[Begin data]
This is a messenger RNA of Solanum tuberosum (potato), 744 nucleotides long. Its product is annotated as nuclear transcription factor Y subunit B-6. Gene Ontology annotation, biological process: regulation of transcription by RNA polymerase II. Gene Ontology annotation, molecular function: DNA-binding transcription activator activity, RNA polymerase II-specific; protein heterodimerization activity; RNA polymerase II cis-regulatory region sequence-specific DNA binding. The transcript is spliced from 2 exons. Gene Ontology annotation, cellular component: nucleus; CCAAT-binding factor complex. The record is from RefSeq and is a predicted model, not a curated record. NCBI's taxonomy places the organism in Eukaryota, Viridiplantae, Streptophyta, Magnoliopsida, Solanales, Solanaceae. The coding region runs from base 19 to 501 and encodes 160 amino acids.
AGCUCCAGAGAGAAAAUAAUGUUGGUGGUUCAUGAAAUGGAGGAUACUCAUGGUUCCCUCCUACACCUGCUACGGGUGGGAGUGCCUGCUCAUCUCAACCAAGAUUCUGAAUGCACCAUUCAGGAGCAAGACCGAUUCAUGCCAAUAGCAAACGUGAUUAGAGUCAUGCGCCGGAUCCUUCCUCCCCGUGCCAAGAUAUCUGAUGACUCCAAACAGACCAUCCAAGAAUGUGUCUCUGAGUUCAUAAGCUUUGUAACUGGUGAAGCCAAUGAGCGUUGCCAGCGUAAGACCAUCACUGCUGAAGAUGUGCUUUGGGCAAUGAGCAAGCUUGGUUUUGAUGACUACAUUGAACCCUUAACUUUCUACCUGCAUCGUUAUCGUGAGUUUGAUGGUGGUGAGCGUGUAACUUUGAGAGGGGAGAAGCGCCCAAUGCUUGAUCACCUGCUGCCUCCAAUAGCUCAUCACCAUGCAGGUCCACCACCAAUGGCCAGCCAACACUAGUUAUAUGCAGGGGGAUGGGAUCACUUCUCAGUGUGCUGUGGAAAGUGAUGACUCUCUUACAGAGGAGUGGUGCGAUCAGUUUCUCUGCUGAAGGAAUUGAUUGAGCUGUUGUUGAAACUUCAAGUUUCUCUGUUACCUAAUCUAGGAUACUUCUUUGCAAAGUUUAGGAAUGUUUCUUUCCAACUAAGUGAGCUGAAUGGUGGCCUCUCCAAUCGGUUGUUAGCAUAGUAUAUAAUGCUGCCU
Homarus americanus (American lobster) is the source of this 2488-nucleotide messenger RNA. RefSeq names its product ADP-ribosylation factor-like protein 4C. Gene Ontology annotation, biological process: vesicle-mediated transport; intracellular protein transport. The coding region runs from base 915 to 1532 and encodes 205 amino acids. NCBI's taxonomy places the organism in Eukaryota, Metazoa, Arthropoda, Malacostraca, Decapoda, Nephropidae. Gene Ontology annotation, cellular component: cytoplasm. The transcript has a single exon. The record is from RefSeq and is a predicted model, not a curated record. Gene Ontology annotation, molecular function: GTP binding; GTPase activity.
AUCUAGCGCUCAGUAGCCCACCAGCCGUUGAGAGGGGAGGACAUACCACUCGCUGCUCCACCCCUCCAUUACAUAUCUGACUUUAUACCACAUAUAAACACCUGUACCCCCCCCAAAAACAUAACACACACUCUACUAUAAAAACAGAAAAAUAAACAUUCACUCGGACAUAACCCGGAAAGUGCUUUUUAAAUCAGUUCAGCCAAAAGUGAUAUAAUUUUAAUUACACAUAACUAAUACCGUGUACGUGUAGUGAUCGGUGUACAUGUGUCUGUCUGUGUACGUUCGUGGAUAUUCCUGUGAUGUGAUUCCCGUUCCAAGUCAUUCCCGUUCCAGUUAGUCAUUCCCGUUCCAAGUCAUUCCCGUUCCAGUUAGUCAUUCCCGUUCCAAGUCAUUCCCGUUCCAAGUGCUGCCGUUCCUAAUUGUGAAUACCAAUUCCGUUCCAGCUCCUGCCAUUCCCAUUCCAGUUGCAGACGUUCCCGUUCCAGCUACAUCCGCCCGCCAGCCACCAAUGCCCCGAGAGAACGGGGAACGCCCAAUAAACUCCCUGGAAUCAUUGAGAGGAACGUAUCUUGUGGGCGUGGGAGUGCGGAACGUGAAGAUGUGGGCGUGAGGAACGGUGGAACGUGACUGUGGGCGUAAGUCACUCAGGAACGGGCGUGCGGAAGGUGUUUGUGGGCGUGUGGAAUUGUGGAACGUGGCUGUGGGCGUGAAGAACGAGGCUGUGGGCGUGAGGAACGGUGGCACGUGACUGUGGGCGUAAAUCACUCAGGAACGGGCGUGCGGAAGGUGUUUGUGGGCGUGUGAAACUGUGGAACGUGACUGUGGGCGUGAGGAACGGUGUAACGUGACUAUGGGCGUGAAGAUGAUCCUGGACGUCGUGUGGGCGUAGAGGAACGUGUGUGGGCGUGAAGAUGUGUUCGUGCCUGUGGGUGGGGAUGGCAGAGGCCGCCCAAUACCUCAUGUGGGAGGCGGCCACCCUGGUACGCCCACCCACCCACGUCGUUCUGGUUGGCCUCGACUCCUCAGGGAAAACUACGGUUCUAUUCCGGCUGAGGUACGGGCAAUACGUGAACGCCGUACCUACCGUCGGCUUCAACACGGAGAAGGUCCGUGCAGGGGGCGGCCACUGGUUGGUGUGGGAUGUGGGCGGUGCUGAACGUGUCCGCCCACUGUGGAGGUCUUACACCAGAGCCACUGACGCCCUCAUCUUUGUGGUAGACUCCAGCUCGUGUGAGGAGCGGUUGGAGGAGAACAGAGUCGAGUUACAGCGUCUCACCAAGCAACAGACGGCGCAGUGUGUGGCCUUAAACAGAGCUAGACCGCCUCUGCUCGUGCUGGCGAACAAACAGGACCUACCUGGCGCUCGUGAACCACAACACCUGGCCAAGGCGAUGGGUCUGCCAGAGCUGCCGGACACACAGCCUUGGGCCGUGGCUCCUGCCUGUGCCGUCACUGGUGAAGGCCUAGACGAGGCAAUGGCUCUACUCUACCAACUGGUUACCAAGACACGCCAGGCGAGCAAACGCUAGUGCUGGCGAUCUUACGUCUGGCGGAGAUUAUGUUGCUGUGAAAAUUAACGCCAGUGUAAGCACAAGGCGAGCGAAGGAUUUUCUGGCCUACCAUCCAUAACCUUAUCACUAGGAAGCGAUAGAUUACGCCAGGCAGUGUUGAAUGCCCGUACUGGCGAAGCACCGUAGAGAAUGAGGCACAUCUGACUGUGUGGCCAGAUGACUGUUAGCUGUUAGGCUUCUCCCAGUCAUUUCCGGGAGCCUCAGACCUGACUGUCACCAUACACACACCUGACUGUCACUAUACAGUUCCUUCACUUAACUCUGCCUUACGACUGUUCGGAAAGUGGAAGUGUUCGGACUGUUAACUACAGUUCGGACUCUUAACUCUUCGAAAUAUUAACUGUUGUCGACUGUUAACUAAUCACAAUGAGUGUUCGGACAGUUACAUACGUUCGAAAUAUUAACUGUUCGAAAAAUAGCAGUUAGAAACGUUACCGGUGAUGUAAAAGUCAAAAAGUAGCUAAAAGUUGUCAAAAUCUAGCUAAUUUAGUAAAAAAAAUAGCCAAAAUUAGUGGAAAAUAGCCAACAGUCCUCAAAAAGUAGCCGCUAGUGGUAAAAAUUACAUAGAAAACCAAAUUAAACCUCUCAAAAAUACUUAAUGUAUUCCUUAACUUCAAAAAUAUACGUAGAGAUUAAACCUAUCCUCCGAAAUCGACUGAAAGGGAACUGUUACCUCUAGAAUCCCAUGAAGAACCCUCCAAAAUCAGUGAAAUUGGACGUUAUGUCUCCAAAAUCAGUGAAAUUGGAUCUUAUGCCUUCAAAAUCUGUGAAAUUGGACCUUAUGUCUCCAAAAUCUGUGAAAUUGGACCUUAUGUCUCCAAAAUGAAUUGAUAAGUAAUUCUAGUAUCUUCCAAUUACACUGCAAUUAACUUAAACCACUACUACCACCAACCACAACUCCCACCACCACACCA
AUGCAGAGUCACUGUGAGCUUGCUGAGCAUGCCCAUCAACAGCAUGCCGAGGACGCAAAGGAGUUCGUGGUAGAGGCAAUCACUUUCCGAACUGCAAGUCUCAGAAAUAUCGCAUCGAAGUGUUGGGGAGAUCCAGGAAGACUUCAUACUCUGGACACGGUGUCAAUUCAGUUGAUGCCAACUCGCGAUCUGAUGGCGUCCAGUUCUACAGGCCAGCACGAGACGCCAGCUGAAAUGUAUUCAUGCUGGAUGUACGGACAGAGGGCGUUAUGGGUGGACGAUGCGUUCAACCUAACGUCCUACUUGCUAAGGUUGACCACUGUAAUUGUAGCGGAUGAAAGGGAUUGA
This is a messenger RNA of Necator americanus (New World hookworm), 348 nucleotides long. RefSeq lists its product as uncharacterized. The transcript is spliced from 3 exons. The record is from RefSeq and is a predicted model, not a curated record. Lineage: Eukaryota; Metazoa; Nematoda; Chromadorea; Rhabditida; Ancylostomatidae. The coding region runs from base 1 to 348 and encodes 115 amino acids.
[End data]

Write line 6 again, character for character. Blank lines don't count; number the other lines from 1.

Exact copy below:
This is a messenger RNA of Necator americanus (New World hookworm), 348 nucleotides long. RefSeq lists its product as uncharacterized. The transcript is spliced from 3 exons. The record is from RefSeq and is a predicted model, not a curated record. Lineage: Eukaryota; Metazoa; Nematoda; Chromadorea; Rhabditida; Ancylostomatidae. The coding region runs from base 1 to 348 and encodes 115 amino acids.